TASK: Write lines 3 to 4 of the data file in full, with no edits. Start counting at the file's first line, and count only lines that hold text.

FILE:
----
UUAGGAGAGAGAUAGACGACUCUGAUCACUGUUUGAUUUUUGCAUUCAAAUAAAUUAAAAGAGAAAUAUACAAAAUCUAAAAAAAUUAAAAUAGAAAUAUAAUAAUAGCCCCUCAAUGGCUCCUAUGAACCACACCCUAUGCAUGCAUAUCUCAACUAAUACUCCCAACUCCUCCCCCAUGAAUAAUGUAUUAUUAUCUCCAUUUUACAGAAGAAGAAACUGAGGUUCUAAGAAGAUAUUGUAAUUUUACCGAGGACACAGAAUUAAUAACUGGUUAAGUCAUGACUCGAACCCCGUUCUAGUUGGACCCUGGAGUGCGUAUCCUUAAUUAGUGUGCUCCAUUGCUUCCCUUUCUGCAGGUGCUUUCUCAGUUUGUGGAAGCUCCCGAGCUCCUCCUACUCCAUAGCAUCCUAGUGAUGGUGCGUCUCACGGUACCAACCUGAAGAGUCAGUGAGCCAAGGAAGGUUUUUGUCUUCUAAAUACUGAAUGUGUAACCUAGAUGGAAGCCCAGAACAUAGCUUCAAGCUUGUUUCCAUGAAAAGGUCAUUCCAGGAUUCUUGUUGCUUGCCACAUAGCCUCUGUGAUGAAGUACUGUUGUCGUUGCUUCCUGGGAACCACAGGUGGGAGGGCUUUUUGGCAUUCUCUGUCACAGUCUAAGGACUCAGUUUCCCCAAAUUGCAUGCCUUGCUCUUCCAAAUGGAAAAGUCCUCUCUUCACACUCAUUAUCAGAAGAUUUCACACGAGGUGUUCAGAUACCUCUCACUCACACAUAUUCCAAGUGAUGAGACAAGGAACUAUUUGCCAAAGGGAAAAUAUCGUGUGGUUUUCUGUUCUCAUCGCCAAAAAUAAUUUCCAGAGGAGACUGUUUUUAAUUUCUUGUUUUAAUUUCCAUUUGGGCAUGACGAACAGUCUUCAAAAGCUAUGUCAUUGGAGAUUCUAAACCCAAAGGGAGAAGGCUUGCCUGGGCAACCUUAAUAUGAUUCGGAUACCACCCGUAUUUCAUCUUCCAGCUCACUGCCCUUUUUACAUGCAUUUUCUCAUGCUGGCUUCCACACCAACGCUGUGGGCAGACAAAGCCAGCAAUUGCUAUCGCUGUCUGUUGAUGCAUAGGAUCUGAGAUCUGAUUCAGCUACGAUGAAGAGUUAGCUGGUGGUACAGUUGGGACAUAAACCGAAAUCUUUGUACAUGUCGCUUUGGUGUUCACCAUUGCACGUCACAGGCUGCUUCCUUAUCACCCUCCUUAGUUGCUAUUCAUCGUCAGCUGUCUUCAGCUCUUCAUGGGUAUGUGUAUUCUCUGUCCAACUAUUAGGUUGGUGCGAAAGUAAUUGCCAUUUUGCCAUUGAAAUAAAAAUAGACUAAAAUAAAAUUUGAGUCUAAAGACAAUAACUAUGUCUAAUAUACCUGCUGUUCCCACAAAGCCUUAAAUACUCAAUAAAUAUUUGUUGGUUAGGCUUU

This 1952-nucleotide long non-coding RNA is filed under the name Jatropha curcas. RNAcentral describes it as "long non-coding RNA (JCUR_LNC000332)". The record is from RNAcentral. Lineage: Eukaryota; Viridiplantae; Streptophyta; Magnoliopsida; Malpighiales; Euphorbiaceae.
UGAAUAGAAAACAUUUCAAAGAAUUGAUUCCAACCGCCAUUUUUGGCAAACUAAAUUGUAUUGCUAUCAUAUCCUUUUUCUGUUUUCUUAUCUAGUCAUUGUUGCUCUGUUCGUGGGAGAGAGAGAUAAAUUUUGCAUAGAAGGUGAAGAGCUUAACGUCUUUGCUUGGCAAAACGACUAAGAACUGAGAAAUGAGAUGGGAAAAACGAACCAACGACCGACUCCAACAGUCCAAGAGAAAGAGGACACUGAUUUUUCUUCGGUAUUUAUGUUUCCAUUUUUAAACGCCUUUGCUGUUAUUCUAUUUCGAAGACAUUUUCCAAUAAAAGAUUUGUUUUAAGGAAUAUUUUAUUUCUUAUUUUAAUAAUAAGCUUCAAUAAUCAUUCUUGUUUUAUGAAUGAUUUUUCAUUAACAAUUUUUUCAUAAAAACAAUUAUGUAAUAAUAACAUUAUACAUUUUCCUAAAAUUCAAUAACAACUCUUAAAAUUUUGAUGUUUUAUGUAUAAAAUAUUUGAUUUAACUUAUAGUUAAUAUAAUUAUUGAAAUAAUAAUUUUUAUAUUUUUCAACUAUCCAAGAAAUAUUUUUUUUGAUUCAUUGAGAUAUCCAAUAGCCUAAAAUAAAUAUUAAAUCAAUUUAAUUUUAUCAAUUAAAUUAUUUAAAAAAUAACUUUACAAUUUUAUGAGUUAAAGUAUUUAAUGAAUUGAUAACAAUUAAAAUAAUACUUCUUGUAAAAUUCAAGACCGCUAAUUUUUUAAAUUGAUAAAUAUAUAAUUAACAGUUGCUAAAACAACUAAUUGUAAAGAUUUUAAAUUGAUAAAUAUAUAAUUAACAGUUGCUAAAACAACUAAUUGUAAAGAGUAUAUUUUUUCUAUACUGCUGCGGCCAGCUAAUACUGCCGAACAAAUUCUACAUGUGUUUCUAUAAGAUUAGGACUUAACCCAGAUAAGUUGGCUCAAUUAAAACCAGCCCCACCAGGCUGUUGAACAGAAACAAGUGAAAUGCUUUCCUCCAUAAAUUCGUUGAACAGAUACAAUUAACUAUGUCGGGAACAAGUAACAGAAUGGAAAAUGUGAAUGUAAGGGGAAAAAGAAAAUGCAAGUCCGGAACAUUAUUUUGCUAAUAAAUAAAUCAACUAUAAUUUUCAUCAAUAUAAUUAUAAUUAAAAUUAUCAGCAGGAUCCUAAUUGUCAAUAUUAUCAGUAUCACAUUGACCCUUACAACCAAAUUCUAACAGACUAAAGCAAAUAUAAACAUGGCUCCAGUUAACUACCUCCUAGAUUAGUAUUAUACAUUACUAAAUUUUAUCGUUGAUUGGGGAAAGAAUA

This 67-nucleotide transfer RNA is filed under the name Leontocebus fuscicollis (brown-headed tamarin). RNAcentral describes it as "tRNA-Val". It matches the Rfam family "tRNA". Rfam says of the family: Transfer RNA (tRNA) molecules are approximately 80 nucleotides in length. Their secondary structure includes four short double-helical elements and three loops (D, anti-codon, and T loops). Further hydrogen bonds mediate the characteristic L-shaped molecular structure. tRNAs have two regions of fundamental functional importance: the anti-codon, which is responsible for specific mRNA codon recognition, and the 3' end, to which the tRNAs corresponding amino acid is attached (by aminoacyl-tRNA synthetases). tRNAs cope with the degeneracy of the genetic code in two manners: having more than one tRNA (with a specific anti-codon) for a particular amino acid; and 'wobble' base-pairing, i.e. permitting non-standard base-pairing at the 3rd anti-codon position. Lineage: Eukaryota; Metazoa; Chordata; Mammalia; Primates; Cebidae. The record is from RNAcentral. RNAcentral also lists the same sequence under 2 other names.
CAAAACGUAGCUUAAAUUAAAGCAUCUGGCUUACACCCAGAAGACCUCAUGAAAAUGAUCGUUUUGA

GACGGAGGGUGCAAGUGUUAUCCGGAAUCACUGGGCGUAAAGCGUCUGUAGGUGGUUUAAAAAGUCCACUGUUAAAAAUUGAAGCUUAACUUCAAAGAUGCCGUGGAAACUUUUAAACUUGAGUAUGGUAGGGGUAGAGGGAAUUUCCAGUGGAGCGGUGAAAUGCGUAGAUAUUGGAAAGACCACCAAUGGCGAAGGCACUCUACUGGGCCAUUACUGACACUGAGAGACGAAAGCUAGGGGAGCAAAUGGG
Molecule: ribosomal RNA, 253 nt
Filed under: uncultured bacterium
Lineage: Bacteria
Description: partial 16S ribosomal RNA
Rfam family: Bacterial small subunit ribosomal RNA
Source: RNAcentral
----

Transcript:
UGAAUAGAAAACAUUUCAAAGAAUUGAUUCCAACCGCCAUUUUUGGCAAACUAAAUUGUAUUGCUAUCAUAUCCUUUUUCUGUUUUCUUAUCUAGUCAUUGUUGCUCUGUUCGUGGGAGAGAGAGAUAAAUUUUGCAUAGAAGGUGAAGAGCUUAACGUCUUUGCUUGGCAAAACGACUAAGAACUGAGAAAUGAGAUGGGAAAAACGAACCAACGACCGACUCCAACAGUCCAAGAGAAAGAGGACACUGAUUUUUCUUCGGUAUUUAUGUUUCCAUUUUUAAACGCCUUUGCUGUUAUUCUAUUUCGAAGACAUUUUCCAAUAAAAGAUUUGUUUUAAGGAAUAUUUUAUUUCUUAUUUUAAUAAUAAGCUUCAAUAAUCAUUCUUGUUUUAUGAAUGAUUUUUCAUUAACAAUUUUUUCAUAAAAACAAUUAUGUAAUAAUAACAUUAUACAUUUUCCUAAAAUUCAAUAACAACUCUUAAAAUUUUGAUGUUUUAUGUAUAAAAUAUUUGAUUUAACUUAUAGUUAAUAUAAUUAUUGAAAUAAUAAUUUUUAUAUUUUUCAACUAUCCAAGAAAUAUUUUUUUUGAUUCAUUGAGAUAUCCAAUAGCCUAAAAUAAAUAUUAAAUCAAUUUAAUUUUAUCAAUUAAAUUAUUUAAAAAAUAACUUUACAAUUUUAUGAGUUAAAGUAUUUAAUGAAUUGAUAACAAUUAAAAUAAUACUUCUUGUAAAAUUCAAGACCGCUAAUUUUUUAAAUUGAUAAAUAUAUAAUUAACAGUUGCUAAAACAACUAAUUGUAAAGAUUUUAAAUUGAUAAAUAUAUAAUUAACAGUUGCUAAAACAACUAAUUGUAAAGAGUAUAUUUUUUCUAUACUGCUGCGGCCAGCUAAUACUGCCGAACAAAUUCUACAUGUGUUUCUAUAAGAUUAGGACUUAACCCAGAUAAGUUGGCUCAAUUAAAACCAGCCCCACCAGGCUGUUGAACAGAAACAAGUGAAAUGCUUUCCUCCAUAAAUUCGUUGAACAGAUACAAUUAACUAUGUCGGGAACAAGUAACAGAAUGGAAAAUGUGAAUGUAAGGGGAAAAAGAAAAUGCAAGUCCGGAACAUUAUUUUGCUAAUAAAUAAAUCAACUAUAAUUUUCAUCAAUAUAAUUAUAAUUAAAAUUAUCAGCAGGAUCCUAAUUGUCAAUAUUAUCAGUAUCACAUUGACCCUUACAACCAAAUUCUAACAGACUAAAGCAAAUAUAAACAUGGCUCCAGUUAACUACCUCCUAGAUUAGUAUUAUACAUUACUAAAUUUUAUCGUUGAUUGGGGAAAGAAUA

This 67-nucleotide transfer RNA is filed under the name Leontocebus fuscicollis (brown-headed tamarin). RNAcentral describes it as "tRNA-Val". It matches the Rfam family "tRNA". Rfam says of the family: Transfer RNA (tRNA) molecules are approximately 80 nucleotides in length. Their secondary structure includes four short double-helical elements and three loops (D, anti-codon, and T loops). Further hydrogen bonds mediate the characteristic L-shaped molecular structure. tRNAs have two regions of fundamental functional importance: the anti-codon, which is responsible for specific mRNA codon recognition, and the 3' end, to which the tRNAs corresponding amino acid is attached (by aminoacyl-tRNA synthetases). tRNAs cope with the degeneracy of the genetic code in two manners: having more than one tRNA (with a specific anti-codon) for a particular amino acid; and 'wobble' base-pairing, i.e. permitting non-standard base-pairing at the 3rd anti-codon position. Lineage: Eukaryota; Metazoa; Chordata; Mammalia; Primates; Cebidae. The record is from RNAcentral. RNAcentral also lists the same sequence under 2 other names.